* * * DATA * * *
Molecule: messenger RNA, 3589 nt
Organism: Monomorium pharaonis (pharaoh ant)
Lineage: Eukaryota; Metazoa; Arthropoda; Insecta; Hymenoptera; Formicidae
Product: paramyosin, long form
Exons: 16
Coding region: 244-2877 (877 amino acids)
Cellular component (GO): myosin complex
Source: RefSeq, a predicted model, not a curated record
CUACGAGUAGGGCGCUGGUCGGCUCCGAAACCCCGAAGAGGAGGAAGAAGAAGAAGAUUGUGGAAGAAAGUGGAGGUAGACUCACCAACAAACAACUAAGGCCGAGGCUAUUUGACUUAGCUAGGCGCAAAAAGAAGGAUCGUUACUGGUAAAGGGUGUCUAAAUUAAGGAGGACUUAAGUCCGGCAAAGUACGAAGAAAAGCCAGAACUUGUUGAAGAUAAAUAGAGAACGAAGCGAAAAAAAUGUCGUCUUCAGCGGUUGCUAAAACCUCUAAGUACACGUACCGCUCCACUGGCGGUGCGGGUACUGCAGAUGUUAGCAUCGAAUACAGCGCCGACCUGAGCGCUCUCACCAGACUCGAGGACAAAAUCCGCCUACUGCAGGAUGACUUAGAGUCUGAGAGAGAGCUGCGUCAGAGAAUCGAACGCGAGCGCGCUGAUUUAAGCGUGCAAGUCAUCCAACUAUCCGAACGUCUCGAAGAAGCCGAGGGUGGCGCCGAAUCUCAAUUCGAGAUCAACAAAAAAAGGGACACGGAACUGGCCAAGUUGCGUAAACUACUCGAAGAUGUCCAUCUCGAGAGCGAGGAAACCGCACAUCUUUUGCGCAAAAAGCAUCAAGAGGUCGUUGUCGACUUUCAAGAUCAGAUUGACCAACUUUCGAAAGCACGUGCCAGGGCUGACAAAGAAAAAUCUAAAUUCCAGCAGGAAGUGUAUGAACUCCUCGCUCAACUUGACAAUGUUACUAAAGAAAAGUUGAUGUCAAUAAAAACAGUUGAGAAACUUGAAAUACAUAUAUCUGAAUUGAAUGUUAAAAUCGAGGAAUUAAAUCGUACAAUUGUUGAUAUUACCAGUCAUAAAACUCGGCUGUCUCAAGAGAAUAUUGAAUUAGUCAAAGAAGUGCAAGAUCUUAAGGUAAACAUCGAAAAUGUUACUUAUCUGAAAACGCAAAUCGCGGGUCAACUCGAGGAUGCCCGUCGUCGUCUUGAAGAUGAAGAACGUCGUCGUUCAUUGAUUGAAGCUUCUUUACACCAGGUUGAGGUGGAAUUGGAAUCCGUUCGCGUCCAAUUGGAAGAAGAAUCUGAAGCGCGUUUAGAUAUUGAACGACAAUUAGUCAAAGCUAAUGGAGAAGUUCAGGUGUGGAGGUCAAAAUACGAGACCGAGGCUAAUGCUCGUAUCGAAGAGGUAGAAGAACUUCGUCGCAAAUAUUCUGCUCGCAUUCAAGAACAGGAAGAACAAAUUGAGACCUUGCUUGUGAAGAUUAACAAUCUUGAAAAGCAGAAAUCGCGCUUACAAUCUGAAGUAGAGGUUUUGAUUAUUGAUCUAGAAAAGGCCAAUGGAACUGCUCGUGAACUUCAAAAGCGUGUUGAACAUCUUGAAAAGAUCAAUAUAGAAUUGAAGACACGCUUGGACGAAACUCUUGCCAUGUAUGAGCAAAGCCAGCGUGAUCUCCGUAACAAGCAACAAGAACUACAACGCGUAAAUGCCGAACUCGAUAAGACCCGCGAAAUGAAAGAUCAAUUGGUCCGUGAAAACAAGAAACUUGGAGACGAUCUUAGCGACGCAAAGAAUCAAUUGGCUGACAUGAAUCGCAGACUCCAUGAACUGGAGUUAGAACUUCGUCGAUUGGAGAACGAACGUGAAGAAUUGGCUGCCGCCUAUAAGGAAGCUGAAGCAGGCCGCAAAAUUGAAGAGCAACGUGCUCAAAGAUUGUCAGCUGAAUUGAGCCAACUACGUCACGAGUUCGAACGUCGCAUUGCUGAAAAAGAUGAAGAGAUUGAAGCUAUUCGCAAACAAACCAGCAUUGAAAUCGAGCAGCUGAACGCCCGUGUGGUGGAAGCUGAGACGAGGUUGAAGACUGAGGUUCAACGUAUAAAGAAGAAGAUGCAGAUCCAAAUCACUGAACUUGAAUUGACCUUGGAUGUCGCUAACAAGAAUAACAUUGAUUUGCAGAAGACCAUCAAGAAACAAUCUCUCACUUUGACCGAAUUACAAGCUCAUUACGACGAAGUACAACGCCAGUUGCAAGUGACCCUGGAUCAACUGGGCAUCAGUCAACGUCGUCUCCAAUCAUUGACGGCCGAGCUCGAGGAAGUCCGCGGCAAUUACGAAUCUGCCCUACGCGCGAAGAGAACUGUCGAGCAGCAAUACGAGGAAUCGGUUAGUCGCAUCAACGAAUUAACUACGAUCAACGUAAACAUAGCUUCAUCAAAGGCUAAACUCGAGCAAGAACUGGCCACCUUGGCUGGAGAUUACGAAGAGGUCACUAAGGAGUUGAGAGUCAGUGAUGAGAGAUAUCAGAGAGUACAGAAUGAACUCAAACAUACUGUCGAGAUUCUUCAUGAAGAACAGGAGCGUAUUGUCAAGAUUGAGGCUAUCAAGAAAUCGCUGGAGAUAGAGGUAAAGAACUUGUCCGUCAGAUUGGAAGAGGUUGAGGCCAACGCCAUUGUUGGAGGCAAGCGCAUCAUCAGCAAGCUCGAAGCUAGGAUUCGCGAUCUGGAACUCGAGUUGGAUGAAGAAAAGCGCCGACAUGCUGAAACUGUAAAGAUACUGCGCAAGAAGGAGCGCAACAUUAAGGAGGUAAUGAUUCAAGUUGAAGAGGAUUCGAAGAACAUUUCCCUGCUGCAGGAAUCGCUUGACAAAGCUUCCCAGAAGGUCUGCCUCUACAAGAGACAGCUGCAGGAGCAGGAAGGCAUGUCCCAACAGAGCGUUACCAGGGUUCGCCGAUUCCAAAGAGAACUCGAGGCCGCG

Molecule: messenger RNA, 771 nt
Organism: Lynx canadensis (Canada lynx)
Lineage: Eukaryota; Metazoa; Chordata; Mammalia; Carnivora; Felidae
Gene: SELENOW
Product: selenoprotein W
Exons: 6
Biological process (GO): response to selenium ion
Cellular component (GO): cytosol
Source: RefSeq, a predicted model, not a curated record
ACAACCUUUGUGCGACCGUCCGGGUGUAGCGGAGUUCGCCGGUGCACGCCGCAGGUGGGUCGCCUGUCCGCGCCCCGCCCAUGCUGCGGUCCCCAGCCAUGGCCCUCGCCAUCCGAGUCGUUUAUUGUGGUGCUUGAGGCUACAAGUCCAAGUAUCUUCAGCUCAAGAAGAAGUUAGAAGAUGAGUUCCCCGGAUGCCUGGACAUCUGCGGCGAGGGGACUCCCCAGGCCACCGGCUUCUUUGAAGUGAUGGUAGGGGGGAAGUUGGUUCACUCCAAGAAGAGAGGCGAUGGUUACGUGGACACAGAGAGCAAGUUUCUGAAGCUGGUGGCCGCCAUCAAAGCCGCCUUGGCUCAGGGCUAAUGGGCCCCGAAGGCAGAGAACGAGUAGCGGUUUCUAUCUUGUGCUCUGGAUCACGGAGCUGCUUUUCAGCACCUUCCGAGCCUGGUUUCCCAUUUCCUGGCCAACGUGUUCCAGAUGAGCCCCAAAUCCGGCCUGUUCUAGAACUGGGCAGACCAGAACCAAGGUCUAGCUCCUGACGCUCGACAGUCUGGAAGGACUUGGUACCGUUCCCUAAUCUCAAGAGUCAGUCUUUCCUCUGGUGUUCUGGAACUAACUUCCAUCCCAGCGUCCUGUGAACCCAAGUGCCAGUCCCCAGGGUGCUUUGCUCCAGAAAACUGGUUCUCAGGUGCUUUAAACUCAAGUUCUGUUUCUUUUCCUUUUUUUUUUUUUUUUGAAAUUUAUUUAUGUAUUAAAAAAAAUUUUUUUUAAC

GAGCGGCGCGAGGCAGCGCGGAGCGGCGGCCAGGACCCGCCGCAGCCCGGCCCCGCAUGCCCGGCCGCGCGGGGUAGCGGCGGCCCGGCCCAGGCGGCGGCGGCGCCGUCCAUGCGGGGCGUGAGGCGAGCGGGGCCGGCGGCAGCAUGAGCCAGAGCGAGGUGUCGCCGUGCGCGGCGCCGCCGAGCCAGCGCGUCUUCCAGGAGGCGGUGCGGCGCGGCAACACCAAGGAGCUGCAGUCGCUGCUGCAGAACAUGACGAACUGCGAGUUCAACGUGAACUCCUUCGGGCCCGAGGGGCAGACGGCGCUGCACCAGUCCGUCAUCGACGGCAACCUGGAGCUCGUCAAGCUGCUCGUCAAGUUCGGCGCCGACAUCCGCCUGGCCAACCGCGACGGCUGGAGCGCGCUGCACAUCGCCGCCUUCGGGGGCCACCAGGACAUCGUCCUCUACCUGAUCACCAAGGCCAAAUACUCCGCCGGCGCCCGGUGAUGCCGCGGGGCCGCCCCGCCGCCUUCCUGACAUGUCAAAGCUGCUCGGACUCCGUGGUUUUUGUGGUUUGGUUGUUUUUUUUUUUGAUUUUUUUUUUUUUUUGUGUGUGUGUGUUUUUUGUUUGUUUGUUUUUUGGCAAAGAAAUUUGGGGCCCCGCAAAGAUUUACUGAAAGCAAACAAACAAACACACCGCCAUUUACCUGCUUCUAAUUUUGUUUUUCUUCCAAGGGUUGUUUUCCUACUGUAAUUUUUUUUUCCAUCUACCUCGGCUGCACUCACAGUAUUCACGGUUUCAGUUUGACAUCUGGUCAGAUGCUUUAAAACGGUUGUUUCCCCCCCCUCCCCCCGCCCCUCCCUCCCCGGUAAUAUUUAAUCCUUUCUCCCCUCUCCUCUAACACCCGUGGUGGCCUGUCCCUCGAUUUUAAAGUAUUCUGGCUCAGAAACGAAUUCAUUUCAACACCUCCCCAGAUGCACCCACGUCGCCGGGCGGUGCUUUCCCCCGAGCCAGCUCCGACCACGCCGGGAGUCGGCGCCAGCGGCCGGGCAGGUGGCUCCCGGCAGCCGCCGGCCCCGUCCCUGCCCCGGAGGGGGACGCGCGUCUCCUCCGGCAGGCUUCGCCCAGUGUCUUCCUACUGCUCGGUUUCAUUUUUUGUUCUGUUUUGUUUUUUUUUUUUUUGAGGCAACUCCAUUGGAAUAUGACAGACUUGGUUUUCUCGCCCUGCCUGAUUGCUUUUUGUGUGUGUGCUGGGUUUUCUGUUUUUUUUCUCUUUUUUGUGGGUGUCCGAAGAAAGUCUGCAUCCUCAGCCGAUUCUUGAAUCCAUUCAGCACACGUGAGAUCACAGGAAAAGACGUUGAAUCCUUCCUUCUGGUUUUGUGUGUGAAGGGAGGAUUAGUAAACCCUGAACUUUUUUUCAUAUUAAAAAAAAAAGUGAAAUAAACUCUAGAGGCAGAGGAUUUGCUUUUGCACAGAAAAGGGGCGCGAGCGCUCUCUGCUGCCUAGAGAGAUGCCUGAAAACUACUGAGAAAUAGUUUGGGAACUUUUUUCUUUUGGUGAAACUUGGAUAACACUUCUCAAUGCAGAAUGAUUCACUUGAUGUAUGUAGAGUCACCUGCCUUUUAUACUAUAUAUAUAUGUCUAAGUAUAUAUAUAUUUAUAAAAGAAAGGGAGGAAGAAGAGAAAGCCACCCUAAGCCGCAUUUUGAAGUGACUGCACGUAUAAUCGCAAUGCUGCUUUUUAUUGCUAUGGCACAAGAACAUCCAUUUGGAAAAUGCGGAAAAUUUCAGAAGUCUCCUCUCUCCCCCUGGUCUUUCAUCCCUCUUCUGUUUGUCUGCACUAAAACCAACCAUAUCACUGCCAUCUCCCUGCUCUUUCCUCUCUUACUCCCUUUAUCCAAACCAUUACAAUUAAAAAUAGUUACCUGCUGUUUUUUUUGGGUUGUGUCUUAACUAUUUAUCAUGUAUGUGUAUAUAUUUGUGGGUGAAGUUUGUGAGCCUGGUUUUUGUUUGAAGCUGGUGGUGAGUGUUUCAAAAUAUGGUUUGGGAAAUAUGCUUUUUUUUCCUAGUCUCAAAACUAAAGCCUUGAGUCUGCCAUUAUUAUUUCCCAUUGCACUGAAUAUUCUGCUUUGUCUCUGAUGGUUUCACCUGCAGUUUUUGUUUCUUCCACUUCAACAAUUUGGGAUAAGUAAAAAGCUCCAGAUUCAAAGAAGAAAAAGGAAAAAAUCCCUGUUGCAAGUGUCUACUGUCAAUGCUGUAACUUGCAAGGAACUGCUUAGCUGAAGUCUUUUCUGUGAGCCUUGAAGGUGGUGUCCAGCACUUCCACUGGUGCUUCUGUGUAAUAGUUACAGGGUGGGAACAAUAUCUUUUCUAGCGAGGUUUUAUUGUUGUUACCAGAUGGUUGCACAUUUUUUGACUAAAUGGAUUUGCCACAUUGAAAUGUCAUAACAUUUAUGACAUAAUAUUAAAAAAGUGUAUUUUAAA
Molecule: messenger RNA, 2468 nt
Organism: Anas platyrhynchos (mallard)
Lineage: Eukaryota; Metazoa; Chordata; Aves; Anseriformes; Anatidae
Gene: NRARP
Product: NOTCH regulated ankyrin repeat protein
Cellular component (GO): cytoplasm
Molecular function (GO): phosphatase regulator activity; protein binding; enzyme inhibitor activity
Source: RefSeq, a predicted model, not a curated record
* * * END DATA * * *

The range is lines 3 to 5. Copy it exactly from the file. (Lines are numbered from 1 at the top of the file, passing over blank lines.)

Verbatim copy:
Lineage: Eukaryota; Metazoa; Arthropoda; Insecta; Hymenoptera; Formicidae
Product: paramyosin, long form
Exons: 16